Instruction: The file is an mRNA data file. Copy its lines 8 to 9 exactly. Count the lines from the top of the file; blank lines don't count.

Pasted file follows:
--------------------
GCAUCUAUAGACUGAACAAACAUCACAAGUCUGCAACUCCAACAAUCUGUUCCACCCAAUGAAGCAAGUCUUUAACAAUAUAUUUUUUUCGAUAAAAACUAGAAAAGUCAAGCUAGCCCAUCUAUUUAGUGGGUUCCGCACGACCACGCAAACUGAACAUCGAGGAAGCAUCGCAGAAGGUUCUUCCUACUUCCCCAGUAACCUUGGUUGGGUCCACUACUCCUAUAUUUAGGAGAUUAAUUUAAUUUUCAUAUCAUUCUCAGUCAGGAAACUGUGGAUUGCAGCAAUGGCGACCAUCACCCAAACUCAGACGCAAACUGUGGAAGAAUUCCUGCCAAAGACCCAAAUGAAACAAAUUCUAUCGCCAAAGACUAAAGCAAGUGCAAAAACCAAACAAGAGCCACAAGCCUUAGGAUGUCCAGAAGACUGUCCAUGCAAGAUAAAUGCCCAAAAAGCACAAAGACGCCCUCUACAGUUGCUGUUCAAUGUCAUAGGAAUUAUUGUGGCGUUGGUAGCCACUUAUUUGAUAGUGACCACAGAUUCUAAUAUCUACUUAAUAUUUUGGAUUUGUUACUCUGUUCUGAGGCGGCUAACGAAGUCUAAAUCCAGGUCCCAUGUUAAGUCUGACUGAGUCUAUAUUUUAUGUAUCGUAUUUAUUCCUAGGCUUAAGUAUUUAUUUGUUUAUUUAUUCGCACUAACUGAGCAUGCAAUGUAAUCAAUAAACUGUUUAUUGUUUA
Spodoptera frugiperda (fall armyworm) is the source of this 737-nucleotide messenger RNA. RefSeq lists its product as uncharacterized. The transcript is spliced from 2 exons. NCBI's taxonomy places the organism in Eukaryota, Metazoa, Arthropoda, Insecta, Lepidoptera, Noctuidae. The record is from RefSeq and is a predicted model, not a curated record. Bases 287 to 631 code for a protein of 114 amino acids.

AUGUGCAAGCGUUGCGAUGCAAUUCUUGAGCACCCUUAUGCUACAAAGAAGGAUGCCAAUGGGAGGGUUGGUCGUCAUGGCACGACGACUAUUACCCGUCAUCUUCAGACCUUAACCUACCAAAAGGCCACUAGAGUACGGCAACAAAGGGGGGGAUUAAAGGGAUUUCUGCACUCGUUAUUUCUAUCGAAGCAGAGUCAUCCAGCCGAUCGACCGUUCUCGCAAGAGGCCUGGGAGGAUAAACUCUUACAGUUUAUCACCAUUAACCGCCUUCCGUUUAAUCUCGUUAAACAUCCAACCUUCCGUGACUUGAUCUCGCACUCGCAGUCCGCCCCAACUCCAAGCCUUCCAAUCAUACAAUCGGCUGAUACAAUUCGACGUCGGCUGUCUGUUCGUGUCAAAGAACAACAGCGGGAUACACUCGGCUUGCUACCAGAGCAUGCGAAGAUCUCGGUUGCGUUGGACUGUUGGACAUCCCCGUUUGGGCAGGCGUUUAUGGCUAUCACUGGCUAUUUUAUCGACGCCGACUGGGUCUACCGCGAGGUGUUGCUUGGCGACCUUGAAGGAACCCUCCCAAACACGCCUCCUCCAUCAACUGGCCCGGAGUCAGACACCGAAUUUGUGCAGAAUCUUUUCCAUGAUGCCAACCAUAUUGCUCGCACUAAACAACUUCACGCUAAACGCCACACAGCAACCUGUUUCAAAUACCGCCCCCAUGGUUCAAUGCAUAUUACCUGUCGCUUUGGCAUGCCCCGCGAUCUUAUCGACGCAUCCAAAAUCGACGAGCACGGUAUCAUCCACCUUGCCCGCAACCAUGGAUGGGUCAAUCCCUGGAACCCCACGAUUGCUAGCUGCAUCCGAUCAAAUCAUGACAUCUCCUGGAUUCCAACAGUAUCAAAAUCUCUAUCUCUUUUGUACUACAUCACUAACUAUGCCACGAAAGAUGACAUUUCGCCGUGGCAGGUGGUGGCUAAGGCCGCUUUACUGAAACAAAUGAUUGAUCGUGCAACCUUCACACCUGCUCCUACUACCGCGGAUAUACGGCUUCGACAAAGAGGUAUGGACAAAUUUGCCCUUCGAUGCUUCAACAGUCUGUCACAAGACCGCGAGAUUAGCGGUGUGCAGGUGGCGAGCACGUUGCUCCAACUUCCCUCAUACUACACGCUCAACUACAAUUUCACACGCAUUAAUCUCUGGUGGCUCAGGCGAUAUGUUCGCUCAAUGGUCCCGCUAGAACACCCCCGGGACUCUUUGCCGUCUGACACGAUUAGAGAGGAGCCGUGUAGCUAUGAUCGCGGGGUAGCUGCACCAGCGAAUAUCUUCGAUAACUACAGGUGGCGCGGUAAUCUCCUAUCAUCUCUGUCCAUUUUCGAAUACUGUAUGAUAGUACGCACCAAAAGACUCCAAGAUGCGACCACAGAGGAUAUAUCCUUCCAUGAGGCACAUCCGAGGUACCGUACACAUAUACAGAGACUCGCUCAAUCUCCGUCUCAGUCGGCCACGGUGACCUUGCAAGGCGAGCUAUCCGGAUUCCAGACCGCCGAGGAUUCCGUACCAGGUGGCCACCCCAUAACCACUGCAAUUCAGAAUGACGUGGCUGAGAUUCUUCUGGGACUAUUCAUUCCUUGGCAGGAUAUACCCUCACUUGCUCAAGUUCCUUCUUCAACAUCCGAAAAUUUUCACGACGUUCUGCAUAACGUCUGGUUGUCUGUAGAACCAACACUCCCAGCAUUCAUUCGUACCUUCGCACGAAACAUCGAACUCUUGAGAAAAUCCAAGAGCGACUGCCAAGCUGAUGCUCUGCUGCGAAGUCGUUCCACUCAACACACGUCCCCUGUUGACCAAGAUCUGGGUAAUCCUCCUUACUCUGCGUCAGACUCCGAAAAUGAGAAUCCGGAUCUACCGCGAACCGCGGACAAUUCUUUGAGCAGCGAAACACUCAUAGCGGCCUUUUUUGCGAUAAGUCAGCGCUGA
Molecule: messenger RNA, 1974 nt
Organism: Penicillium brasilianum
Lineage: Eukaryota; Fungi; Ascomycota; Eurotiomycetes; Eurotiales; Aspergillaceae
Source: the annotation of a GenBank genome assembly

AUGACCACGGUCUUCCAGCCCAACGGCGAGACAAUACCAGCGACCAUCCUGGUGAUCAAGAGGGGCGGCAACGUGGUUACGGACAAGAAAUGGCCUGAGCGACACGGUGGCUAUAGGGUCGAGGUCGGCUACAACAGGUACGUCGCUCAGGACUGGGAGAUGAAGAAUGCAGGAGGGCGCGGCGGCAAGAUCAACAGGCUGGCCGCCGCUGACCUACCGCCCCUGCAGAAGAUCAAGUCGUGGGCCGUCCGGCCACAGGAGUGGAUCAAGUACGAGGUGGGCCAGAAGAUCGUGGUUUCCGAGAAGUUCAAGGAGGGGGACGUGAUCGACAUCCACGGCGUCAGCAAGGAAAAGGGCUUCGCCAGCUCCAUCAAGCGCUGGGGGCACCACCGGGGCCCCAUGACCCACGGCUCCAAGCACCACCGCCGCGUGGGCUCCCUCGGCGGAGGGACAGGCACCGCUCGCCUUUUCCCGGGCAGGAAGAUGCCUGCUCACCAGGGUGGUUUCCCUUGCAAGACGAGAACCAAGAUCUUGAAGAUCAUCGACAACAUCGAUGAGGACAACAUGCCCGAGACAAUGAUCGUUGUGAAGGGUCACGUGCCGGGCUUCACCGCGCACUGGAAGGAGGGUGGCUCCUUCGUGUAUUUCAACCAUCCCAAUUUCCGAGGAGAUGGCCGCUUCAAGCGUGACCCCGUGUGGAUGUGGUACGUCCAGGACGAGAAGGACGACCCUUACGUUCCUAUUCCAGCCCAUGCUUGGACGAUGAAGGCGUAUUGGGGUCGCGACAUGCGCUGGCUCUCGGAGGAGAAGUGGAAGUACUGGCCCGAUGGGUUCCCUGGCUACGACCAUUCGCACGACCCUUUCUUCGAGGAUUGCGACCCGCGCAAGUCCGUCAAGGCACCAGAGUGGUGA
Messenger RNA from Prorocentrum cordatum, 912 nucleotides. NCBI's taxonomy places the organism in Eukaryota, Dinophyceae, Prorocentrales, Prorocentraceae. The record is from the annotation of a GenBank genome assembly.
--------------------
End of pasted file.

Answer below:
AUGACCACGGUCUUCCAGCCCAACGGCGAGACAAUACCAGCGACCAUCCUGGUGAUCAAGAGGGGCGGCAACGUGGUUACGGACAAGAAAUGGCCUGAGCGACACGGUGGCUAUAGGGUCGAGGUCGGCUACAACAGGUACGUCGCUCAGGACUGGGAGAUGAAGAAUGCAGGAGGGCGCGGCGGCAAGAUCAACAGGCUGGCCGCCGCUGACCUACCGCCCCUGCAGAAGAUCAAGUCGUGGGCCGUCCGGCCACAGGAGUGGAUCAAGUACGAGGUGGGCCAGAAGAUCGUGGUUUCCGAGAAGUUCAAGGAGGGGGACGUGAUCGACAUCCACGGCGUCAGCAAGGAAAAGGGCUUCGCCAGCUCCAUCAAGCGCUGGGGGCACCACCGGGGCCCCAUGACCCACGGCUCCAAGCACCACCGCCGCGUGGGCUCCCUCGGCGGAGGGACAGGCACCGCUCGCCUUUUCCCGGGCAGGAAGAUGCCUGCUCACCAGGGUGGUUUCCCUUGCAAGACGAGAACCAAGAUCUUGAAGAUCAUCGACAACAUCGAUGAGGACAACAUGCCCGAGACAAUGAUCGUUGUGAAGGGUCACGUGCCGGGCUUCACCGCGCACUGGAAGGAGGGUGGCUCCUUCGUGUAUUUCAACCAUCCCAAUUUCCGAGGAGAUGGCCGCUUCAAGCGUGACCCCGUGUGGAUGUGGUACGUCCAGGACGAGAAGGACGACCCUUACGUUCCUAUUCCAGCCCAUGCUUGGACGAUGAAGGCGUAUUGGGGUCGCGACAUGCGCUGGCUCUCGGAGGAGAAGUGGAAGUACUGGCCCGAUGGGUUCCCUGGCUACGACCAUUCGCACGACCCUUUCUUCGAGGAUUGCGACCCGCGCAAGUCCGUCAAGGCACCAGAGUGGUGA
Messenger RNA from Prorocentrum cordatum, 912 nucleotides. NCBI's taxonomy places the organism in Eukaryota, Dinophyceae, Prorocentrales, Prorocentraceae. The record is from the annotation of a GenBank genome assembly.